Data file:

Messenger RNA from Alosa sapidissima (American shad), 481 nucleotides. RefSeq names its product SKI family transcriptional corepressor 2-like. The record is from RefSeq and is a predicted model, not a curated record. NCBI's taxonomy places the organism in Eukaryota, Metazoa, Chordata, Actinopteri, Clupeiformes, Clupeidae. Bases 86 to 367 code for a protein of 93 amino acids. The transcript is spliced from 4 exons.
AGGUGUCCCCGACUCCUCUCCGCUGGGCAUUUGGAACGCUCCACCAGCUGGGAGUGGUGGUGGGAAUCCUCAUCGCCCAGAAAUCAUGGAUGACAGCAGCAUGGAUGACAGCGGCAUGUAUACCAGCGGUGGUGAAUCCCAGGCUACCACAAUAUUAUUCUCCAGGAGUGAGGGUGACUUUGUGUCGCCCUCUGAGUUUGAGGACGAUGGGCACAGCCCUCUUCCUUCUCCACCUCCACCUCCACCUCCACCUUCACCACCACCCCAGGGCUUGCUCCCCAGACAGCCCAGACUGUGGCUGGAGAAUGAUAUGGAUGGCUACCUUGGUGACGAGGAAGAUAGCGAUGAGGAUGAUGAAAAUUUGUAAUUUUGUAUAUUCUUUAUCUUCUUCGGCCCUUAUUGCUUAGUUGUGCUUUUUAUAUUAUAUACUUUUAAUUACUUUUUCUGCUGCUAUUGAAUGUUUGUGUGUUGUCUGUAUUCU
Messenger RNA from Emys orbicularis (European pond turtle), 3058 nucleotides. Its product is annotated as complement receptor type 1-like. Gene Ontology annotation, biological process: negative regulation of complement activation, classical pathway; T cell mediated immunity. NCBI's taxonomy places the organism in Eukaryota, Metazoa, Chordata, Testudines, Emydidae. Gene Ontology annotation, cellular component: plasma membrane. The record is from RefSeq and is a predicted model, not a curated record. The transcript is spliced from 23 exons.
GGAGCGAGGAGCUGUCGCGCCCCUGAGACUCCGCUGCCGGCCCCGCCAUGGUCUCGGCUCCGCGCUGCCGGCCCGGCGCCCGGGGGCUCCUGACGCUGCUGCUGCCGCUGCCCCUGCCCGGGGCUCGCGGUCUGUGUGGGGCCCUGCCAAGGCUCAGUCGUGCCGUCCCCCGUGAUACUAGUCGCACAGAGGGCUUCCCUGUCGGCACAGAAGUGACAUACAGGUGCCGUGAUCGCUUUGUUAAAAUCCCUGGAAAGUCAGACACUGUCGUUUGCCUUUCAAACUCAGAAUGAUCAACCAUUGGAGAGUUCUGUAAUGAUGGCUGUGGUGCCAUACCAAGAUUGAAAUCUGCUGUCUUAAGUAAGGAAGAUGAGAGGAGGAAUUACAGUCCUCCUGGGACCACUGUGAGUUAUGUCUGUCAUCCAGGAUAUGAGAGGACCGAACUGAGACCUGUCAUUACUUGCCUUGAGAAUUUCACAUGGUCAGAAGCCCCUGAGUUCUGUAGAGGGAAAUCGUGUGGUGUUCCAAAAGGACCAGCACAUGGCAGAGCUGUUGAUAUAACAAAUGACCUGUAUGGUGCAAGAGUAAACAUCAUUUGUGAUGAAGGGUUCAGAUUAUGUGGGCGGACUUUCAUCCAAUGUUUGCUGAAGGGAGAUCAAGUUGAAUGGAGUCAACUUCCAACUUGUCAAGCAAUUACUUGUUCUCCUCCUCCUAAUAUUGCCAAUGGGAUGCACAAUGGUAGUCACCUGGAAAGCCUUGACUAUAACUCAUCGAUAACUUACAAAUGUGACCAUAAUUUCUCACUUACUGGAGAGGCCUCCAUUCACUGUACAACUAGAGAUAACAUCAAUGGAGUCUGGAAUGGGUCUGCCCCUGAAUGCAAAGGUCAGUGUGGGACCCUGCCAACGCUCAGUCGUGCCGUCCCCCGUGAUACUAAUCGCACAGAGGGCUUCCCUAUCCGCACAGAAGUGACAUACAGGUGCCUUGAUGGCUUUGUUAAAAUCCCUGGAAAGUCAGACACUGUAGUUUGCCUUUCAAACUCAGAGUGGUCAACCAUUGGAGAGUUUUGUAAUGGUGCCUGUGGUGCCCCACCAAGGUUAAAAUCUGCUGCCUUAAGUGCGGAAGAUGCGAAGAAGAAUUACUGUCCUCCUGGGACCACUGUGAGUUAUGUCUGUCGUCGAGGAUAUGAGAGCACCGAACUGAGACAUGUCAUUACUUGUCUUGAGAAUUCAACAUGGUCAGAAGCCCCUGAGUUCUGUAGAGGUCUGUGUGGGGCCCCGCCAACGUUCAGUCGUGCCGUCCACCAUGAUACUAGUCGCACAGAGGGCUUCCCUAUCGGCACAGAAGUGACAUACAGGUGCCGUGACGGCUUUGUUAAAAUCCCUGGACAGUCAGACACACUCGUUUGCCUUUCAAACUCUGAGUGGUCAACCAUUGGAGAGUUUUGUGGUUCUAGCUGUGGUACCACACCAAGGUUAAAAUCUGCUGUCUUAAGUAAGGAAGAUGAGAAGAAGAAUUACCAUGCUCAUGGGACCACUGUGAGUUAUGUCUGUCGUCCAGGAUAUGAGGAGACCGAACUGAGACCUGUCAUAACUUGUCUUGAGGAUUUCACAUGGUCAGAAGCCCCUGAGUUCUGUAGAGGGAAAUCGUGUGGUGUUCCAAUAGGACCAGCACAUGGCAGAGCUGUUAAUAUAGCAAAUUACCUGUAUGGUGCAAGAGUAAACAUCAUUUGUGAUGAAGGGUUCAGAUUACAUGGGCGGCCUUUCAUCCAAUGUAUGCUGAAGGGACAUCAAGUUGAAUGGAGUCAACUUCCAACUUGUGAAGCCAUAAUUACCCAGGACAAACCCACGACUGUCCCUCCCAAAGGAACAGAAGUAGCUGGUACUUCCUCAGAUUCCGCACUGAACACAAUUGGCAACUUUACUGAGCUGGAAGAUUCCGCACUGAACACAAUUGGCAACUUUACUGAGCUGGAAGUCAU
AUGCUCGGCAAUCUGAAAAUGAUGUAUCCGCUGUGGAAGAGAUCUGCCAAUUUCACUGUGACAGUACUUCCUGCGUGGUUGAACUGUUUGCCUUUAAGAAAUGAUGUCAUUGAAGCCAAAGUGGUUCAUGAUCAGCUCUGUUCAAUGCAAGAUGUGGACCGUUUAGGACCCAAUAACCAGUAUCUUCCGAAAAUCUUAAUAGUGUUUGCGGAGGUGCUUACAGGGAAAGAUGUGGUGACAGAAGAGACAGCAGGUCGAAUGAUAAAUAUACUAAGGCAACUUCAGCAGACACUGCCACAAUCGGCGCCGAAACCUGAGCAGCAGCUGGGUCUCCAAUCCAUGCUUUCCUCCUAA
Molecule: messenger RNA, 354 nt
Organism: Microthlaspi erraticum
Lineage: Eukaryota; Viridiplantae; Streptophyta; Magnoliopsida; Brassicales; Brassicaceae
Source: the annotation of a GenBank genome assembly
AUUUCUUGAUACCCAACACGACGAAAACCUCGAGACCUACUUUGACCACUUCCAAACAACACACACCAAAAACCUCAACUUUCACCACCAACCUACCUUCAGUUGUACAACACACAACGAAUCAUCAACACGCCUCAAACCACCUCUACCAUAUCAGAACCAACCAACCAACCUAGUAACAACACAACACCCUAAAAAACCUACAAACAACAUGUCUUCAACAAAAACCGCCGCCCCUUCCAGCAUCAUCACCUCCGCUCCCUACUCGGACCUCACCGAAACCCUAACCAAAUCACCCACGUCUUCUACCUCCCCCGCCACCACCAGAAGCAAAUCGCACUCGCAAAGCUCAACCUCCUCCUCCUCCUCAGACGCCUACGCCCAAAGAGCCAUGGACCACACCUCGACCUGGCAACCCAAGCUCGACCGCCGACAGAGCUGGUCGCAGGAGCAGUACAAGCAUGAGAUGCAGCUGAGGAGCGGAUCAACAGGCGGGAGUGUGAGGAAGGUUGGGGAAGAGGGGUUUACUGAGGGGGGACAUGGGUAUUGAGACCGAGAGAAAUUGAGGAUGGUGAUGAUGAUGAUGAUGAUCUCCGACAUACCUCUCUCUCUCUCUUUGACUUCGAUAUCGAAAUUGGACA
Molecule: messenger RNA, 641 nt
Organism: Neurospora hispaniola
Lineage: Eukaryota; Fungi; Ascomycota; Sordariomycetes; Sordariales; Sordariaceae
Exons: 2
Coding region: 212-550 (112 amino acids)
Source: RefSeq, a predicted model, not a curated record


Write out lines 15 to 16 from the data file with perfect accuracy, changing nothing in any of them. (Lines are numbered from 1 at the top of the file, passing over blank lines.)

Coding region: 212-550 (112 amino acids)
Source: RefSeq, a predicted model, not a curated record